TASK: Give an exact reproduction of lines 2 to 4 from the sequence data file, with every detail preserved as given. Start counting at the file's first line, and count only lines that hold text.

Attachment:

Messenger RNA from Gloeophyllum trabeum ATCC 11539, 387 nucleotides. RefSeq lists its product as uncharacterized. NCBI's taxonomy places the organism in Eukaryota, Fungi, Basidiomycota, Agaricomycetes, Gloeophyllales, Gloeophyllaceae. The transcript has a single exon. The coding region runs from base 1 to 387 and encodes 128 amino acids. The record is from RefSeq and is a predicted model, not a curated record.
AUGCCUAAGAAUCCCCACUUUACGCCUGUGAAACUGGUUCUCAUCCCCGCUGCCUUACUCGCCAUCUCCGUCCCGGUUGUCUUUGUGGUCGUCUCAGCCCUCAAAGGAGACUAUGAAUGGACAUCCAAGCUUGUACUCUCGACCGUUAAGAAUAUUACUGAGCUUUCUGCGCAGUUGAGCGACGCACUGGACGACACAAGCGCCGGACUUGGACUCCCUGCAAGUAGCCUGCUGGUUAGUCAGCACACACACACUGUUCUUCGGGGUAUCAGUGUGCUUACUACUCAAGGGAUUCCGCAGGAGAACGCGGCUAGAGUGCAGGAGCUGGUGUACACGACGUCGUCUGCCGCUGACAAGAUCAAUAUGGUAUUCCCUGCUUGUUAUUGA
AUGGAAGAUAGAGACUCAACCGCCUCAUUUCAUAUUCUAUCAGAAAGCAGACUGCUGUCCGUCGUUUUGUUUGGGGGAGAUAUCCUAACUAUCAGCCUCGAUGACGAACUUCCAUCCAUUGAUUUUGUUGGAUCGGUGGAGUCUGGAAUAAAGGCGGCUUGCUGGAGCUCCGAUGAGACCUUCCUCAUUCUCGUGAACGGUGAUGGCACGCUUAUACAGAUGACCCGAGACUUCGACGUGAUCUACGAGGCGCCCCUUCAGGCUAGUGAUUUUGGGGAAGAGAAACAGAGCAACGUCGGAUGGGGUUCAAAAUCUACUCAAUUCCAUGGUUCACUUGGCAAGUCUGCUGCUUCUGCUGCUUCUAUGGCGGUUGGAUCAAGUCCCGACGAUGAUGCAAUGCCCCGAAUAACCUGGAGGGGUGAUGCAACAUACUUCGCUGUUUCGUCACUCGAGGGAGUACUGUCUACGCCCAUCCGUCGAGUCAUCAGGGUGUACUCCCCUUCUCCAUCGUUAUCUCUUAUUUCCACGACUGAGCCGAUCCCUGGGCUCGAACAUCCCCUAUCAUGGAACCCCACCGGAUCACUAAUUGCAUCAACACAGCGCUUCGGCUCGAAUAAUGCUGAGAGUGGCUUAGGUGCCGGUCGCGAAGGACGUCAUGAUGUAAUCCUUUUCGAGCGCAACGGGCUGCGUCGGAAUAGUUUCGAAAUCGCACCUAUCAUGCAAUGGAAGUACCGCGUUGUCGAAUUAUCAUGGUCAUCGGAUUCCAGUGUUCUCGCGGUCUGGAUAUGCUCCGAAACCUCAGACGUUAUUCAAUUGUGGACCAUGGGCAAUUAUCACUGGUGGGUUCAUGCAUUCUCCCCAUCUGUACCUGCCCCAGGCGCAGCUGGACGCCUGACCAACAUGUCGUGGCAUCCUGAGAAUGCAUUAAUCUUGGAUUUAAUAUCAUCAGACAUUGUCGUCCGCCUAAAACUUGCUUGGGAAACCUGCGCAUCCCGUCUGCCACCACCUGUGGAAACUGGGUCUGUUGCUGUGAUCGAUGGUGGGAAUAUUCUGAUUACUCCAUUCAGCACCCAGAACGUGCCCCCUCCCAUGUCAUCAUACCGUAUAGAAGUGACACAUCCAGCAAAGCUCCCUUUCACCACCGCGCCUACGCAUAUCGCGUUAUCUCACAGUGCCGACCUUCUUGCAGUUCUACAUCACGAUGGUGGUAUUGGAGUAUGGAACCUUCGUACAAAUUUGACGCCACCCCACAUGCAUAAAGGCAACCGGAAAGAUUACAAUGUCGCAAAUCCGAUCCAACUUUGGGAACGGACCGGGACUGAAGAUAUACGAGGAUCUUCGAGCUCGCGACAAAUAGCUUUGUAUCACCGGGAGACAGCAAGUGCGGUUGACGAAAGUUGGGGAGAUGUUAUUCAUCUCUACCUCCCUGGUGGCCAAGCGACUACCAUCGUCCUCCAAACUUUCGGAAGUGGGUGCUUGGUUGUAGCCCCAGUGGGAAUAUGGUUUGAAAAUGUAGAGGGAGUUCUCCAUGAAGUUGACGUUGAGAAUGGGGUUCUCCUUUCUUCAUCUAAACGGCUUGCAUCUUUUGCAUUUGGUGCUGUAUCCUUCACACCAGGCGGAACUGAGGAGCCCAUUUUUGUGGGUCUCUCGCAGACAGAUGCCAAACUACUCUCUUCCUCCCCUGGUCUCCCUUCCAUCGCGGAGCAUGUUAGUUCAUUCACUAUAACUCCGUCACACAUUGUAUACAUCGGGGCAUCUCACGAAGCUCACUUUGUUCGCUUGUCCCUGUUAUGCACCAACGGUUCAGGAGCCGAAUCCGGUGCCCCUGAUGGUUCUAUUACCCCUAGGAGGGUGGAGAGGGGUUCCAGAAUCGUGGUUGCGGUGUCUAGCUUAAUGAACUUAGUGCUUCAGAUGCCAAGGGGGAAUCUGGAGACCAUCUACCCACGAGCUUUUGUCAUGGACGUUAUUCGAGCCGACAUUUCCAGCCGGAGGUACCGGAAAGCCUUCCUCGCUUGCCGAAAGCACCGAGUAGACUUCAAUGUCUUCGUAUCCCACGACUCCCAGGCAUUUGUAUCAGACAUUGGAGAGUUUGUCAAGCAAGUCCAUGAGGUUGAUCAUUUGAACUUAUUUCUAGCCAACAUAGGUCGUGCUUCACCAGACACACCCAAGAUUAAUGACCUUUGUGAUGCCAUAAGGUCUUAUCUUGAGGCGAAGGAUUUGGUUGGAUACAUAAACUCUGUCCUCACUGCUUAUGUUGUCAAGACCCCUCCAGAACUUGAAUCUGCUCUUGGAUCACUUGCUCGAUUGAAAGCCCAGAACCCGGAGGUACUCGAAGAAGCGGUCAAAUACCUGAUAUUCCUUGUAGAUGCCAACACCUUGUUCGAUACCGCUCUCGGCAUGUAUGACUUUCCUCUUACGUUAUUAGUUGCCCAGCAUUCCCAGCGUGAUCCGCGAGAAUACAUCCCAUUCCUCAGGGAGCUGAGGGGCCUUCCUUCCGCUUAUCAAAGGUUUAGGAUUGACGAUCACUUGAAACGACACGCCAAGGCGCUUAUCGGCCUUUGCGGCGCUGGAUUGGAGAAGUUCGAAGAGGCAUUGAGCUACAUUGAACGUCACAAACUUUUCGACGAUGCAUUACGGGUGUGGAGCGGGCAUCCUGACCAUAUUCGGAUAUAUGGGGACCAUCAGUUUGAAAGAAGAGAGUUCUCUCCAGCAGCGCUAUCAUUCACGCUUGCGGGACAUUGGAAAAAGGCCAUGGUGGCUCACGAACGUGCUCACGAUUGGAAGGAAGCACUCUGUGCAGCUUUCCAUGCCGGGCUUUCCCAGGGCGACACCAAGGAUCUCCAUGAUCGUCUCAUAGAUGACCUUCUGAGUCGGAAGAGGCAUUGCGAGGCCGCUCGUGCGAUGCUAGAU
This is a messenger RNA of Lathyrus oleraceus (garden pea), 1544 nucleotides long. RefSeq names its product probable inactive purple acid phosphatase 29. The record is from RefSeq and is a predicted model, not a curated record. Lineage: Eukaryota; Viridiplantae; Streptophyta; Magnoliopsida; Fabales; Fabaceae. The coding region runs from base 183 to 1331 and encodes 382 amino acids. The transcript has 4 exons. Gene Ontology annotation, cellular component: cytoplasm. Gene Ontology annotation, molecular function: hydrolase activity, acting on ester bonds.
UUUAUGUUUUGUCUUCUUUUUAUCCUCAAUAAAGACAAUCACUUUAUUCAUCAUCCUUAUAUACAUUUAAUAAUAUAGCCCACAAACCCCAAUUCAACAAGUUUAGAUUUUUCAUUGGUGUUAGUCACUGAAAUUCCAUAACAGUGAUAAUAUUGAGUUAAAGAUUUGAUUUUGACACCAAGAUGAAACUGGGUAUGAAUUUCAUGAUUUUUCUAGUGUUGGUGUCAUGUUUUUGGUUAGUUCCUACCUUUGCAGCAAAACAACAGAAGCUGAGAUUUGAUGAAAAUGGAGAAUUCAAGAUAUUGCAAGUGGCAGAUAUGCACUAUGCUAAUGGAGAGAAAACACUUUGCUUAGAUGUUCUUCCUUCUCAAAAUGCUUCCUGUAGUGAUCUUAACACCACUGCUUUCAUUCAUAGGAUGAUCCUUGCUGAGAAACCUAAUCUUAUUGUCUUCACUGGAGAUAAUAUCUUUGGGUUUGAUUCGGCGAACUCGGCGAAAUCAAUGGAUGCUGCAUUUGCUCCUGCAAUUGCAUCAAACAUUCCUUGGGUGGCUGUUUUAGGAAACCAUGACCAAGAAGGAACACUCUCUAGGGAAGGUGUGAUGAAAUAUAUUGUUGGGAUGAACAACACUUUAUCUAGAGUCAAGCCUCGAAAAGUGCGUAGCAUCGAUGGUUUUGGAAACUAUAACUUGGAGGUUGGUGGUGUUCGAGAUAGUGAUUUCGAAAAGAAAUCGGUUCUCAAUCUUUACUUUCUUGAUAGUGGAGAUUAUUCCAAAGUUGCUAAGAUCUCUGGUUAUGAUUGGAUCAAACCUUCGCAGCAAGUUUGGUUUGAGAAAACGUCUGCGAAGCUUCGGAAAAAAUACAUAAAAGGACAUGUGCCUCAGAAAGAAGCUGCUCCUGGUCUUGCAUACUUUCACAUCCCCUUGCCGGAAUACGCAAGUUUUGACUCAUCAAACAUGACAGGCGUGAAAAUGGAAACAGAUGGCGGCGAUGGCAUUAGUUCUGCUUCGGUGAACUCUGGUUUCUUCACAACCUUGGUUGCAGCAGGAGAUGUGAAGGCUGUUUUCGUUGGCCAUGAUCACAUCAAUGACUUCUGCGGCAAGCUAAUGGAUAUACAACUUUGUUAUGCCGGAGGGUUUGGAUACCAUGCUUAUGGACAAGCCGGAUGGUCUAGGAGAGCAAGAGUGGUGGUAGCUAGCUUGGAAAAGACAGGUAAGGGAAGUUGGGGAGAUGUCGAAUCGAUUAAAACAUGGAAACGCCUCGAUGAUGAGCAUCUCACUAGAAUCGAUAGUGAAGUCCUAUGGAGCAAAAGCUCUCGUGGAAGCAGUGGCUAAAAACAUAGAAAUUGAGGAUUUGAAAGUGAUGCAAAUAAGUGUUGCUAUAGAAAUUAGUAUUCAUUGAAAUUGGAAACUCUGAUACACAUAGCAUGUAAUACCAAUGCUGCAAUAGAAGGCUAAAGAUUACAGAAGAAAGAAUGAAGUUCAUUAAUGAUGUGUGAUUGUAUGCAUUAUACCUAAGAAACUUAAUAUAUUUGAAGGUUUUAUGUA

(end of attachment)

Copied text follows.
AUGCCUAAGAAUCCCCACUUUACGCCUGUGAAACUGGUUCUCAUCCCCGCUGCCUUACUCGCCAUCUCCGUCCCGGUUGUCUUUGUGGUCGUCUCAGCCCUCAAAGGAGACUAUGAAUGGACAUCCAAGCUUGUACUCUCGACCGUUAAGAAUAUUACUGAGCUUUCUGCGCAGUUGAGCGACGCACUGGACGACACAAGCGCCGGACUUGGACUCCCUGCAAGUAGCCUGCUGGUUAGUCAGCACACACACACUGUUCUUCGGGGUAUCAGUGUGCUUACUACUCAAGGGAUUCCGCAGGAGAACGCGGCUAGAGUGCAGGAGCUGGUGUACACGACGUCGUCUGCCGCUGACAAGAUCAAUAUGGUAUUCCCUGCUUGUUAUUGA
AUGGAAGAUAGAGACUCAACCGCCUCAUUUCAUAUUCUAUCAGAAAGCAGACUGCUGUCCGUCGUUUUGUUUGGGGGAGAUAUCCUAACUAUCAGCCUCGAUGACGAACUUCCAUCCAUUGAUUUUGUUGGAUCGGUGGAGUCUGGAAUAAAGGCGGCUUGCUGGAGCUCCGAUGAGACCUUCCUCAUUCUCGUGAACGGUGAUGGCACGCUUAUACAGAUGACCCGAGACUUCGACGUGAUCUACGAGGCGCCCCUUCAGGCUAGUGAUUUUGGGGAAGAGAAACAGAGCAACGUCGGAUGGGGUUCAAAAUCUACUCAAUUCCAUGGUUCACUUGGCAAGUCUGCUGCUUCUGCUGCUUCUAUGGCGGUUGGAUCAAGUCCCGACGAUGAUGCAAUGCCCCGAAUAACCUGGAGGGGUGAUGCAACAUACUUCGCUGUUUCGUCACUCGAGGGAGUACUGUCUACGCCCAUCCGUCGAGUCAUCAGGGUGUACUCCCCUUCUCCAUCGUUAUCUCUUAUUUCCACGACUGAGCCGAUCCCUGGGCUCGAACAUCCCCUAUCAUGGAACCCCACCGGAUCACUAAUUGCAUCAACACAGCGCUUCGGCUCGAAUAAUGCUGAGAGUGGCUUAGGUGCCGGUCGCGAAGGACGUCAUGAUGUAAUCCUUUUCGAGCGCAACGGGCUGCGUCGGAAUAGUUUCGAAAUCGCACCUAUCAUGCAAUGGAAGUACCGCGUUGUCGAAUUAUCAUGGUCAUCGGAUUCCAGUGUUCUCGCGGUCUGGAUAUGCUCCGAAACCUCAGACGUUAUUCAAUUGUGGACCAUGGGCAAUUAUCACUGGUGGGUUCAUGCAUUCUCCCCAUCUGUACCUGCCCCAGGCGCAGCUGGACGCCUGACCAACAUGUCGUGGCAUCCUGAGAAUGCAUUAAUCUUGGAUUUAAUAUCAUCAGACAUUGUCGUCCGCCUAAAACUUGCUUGGGAAACCUGCGCAUCCCGUCUGCCACCACCUGUGGAAACUGGGUCUGUUGCUGUGAUCGAUGGUGGGAAUAUUCUGAUUACUCCAUUCAGCACCCAGAACGUGCCCCCUCCCAUGUCAUCAUACCGUAUAGAAGUGACACAUCCAGCAAAGCUCCCUUUCACCACCGCGCCUACGCAUAUCGCGUUAUCUCACAGUGCCGACCUUCUUGCAGUUCUACAUCACGAUGGUGGUAUUGGAGUAUGGAACCUUCGUACAAAUUUGACGCCACCCCACAUGCAUAAAGGCAACCGGAAAGAUUACAAUGUCGCAAAUCCGAUCCAACUUUGGGAACGGACCGGGACUGAAGAUAUACGAGGAUCUUCGAGCUCGCGACAAAUAGCUUUGUAUCACCGGGAGACAGCAAGUGCGGUUGACGAAAGUUGGGGAGAUGUUAUUCAUCUCUACCUCCCUGGUGGCCAAGCGACUACCAUCGUCCUCCAAACUUUCGGAAGUGGGUGCUUGGUUGUAGCCCCAGUGGGAAUAUGGUUUGAAAAUGUAGAGGGAGUUCUCCAUGAAGUUGACGUUGAGAAUGGGGUUCUCCUUUCUUCAUCUAAACGGCUUGCAUCUUUUGCAUUUGGUGCUGUAUCCUUCACACCAGGCGGAACUGAGGAGCCCAUUUUUGUGGGUCUCUCGCAGACAGAUGCCAAACUACUCUCUUCCUCCCCUGGUCUCCCUUCCAUCGCGGAGCAUGUUAGUUCAUUCACUAUAACUCCGUCACACAUUGUAUACAUCGGGGCAUCUCACGAAGCUCACUUUGUUCGCUUGUCCCUGUUAUGCACCAACGGUUCAGGAGCCGAAUCCGGUGCCCCUGAUGGUUCUAUUACCCCUAGGAGGGUGGAGAGGGGUUCCAGAAUCGUGGUUGCGGUGUCUAGCUUAAUGAACUUAGUGCUUCAGAUGCCAAGGGGGAAUCUGGAGACCAUCUACCCACGAGCUUUUGUCAUGGACGUUAUUCGAGCCGACAUUUCCAGCCGGAGGUACCGGAAAGCCUUCCUCGCUUGCCGAAAGCACCGAGUAGACUUCAAUGUCUUCGUAUCCCACGACUCCCAGGCAUUUGUAUCAGACAUUGGAGAGUUUGUCAAGCAAGUCCAUGAGGUUGAUCAUUUGAACUUAUUUCUAGCCAACAUAGGUCGUGCUUCACCAGACACACCCAAGAUUAAUGACCUUUGUGAUGCCAUAAGGUCUUAUCUUGAGGCGAAGGAUUUGGUUGGAUACAUAAACUCUGUCCUCACUGCUUAUGUUGUCAAGACCCCUCCAGAACUUGAAUCUGCUCUUGGAUCACUUGCUCGAUUGAAAGCCCAGAACCCGGAGGUACUCGAAGAAGCGGUCAAAUACCUGAUAUUCCUUGUAGAUGCCAACACCUUGUUCGAUACCGCUCUCGGCAUGUAUGACUUUCCUCUUACGUUAUUAGUUGCCCAGCAUUCCCAGCGUGAUCCGCGAGAAUACAUCCCAUUCCUCAGGGAGCUGAGGGGCCUUCCUUCCGCUUAUCAAAGGUUUAGGAUUGACGAUCACUUGAAACGACACGCCAAGGCGCUUAUCGGCCUUUGCGGCGCUGGAUUGGAGAAGUUCGAAGAGGCAUUGAGCUACAUUGAACGUCACAAACUUUUCGACGAUGCAUUACGGGUGUGGAGCGGGCAUCCUGACCAUAUUCGGAUAUAUGGGGACCAUCAGUUUGAAAGAAGAGAGUUCUCUCCAGCAGCGCUAUCAUUCACGCUUGCGGGACAUUGGAAAAAGGCCAUGGUGGCUCACGAACGUGCUCACGAUUGGAAGGAAGCACUCUGUGCAGCUUUCCAUGCCGGGCUUUCCCAGGGCGACACCAAGGAUCUCCAUGAUCGUCUCAUAGAUGACCUUCUGAGUCGGAAGAGGCAUUGCGAGGCCGCUCGUGCGAUGCUAGAU
This is a messenger RNA of Lathyrus oleraceus (garden pea), 1544 nucleotides long. RefSeq names its product probable inactive purple acid phosphatase 29. The record is from RefSeq and is a predicted model, not a curated record. Lineage: Eukaryota; Viridiplantae; Streptophyta; Magnoliopsida; Fabales; Fabaceae. The coding region runs from base 183 to 1331 and encodes 382 amino acids. The transcript has 4 exons. Gene Ontology annotation, cellular component: cytoplasm. Gene Ontology annotation, molecular function: hydrolase activity, acting on ester bonds.